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MrSparkle

How to implement occlusion culling

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Hi, I'm looking for an approach to do occlusion culling based on bounding spheres. I have a big outdoor scene with hundreds of objects, that I only want to load into memory if they are potentially visible. I have already implemented a fast frustum culling algorithm based on the bounding spheres of the objects. The objects themselves are only loaded into memory (and rendered) if the bounding sphere is within the view frustum. Now I wonder if it could be possible to use the bounding spheres also to check if an object is occluded by other objects. I was thinking of rendering all objects in the view frustum from front to back in this way: (1) Clear the backbuffer (or offscreen rendertarget) (2) Loding the first (nearst) object into memory and render it (3) Check if the bounding sphere of the next object is completely occluded (4) If it's partially visible, load object into memory and render it, else skip object (5) Repeat steps (3) and (4) for each object in the view frustum But I guess, using this approach would be even slower than simply loading and rendering all objects because I have to check every pixel (in the area of the projected bounding sphere) in the render output for visibility. Because I render from front to back, it's just an simple alpha test, but in the worst case, I have to compare all pixels. How could I improve this kind of occlusion culling? It's very important that the occlusion culling is made with bounding spheres, because loading them from disc does take much more time than the actual rendering. Christian

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This really depends on the project. Moreover, the best method now won't necessarily be the best method once things get more demanding.

Occlusion culling takes the work off the GPU and onto the CPU. If the geometry is very complex, you may see benefits from occlusion culling, particularly if the objects are likley to occlude one-another frequently. But unless you have a lopsided system or are planning on pushing the GPU to its absolute limits, it's usually best to leave the burden on the video card.
If a significant proportion (say > 10%) of render-time will not witness any occlusions, then there's little point in implementing it: Relying on occlusions to boost an otherwise unacceptable framerate is poor planning. If the framerate is okay without it, there's not much need for it; if the framerate isn't okay without it, you'll be in trouble when nothing overlaps in screen space. For this reason I rarely use OC myself.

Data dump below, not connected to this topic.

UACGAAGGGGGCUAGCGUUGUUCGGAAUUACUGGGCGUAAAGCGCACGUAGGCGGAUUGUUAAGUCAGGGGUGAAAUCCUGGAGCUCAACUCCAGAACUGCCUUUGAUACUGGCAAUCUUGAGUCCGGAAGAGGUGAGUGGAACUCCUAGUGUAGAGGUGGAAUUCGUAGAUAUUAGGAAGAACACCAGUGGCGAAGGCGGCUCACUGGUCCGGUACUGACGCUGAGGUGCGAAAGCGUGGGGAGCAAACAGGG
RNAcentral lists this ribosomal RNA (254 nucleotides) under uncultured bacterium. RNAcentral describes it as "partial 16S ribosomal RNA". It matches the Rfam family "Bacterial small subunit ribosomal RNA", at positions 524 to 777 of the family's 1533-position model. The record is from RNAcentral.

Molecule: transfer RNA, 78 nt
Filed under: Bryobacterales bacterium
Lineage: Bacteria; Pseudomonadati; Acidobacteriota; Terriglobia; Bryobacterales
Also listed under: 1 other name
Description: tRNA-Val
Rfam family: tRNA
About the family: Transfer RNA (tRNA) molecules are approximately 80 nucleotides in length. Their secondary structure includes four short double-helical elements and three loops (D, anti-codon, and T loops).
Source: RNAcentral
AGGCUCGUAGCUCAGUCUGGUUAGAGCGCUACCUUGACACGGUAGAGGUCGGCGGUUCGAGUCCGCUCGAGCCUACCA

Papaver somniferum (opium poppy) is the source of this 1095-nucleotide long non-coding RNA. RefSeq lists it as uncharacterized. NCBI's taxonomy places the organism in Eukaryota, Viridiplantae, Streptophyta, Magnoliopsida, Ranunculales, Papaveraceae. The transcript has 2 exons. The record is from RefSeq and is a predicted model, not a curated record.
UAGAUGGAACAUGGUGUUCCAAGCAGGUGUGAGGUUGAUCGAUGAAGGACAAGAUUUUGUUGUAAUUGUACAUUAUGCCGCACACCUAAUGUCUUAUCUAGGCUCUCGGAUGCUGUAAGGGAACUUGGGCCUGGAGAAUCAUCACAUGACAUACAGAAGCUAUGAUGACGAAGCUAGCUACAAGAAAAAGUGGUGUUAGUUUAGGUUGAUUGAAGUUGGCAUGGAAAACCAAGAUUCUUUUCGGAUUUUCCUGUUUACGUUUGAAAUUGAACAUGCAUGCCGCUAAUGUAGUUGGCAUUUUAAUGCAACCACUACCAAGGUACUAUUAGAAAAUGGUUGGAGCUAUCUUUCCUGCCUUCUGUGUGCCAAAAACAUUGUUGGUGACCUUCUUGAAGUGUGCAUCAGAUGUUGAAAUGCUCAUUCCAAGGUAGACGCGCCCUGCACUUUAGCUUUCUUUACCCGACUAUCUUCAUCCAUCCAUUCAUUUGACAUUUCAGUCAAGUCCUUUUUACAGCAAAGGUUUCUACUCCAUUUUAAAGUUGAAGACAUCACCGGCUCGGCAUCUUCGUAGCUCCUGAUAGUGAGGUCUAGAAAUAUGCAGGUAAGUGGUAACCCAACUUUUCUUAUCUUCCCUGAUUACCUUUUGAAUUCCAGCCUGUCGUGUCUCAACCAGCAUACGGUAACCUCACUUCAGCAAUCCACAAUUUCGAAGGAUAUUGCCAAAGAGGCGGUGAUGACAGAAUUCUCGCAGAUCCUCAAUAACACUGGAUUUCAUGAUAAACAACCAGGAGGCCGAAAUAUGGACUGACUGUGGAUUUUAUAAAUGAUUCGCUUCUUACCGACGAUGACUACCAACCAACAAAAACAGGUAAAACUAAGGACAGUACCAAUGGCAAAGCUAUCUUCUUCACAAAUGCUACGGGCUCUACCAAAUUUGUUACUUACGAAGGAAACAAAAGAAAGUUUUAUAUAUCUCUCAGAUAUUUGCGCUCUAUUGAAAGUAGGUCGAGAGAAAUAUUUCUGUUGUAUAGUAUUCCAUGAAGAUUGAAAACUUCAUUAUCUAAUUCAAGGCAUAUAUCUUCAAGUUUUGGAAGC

Also, be aware that your Z-Buffer relieves a big load from the GPU when you render things front to back. Although the vertex throughput remains high, the fillrate tends to benefit hugely. Once again: unless the vertex pipeline is your bottleneck (which is reasonably rare on modern GPUs) then you'd be wasting your time culling any further.

Otherwise, your method is, as far as I'm aware, as streamlined as they come.

Regards
Admiral

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Thank you for your considerations. The bottleneck in my applications is definately loading the models, shaders and textures from disc (or database or internet server or whatever). This is the reason I want to skip it for non-visible objects (beside the fact that I don't have infinite memory capacity).

Imagine a city with streets and houses along the streets. There could be possibly hundreds of houses in the view frustum, but there are only three or four visible in the foreground. So, theoretically I only need to load a few objects from disc instead of several hundreds. The only thing I need to know, is the position and the radius of the bounding sphere of each object.

I read about an using the DirectX Occlusion Query to check for occlusion, so I think I give this a try.

Christian

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Quote:
Original post by MrSparkle
I read about an using the DirectX Occlusion Query to check for occlusion, so I think I give this a try.

I wrote an article about this back when occlusion queries were new. Although it's a novel approach to the problem, the asynchronous nature of the queries quickly becomes prohibitive. To get any kind of decent performance, it requires far too much amortization and prediction.

D3D10 is another story though - it will have predicated rendering, which does this kind of stuff quickly.

If you are in search of a stable, fast, and easy culling method, I recommend just doing regular old frustum culling with a quadtree or octree.

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Yes, I found an articel in the GPU Gems book about the Occlusion Queries. Seems to be pretty complicated (start query in this frame and read the result in the next etc...) so I decided to use only frustum culling. Maybe I implement that later, or when using DirectX10...

Thanks!
Christian

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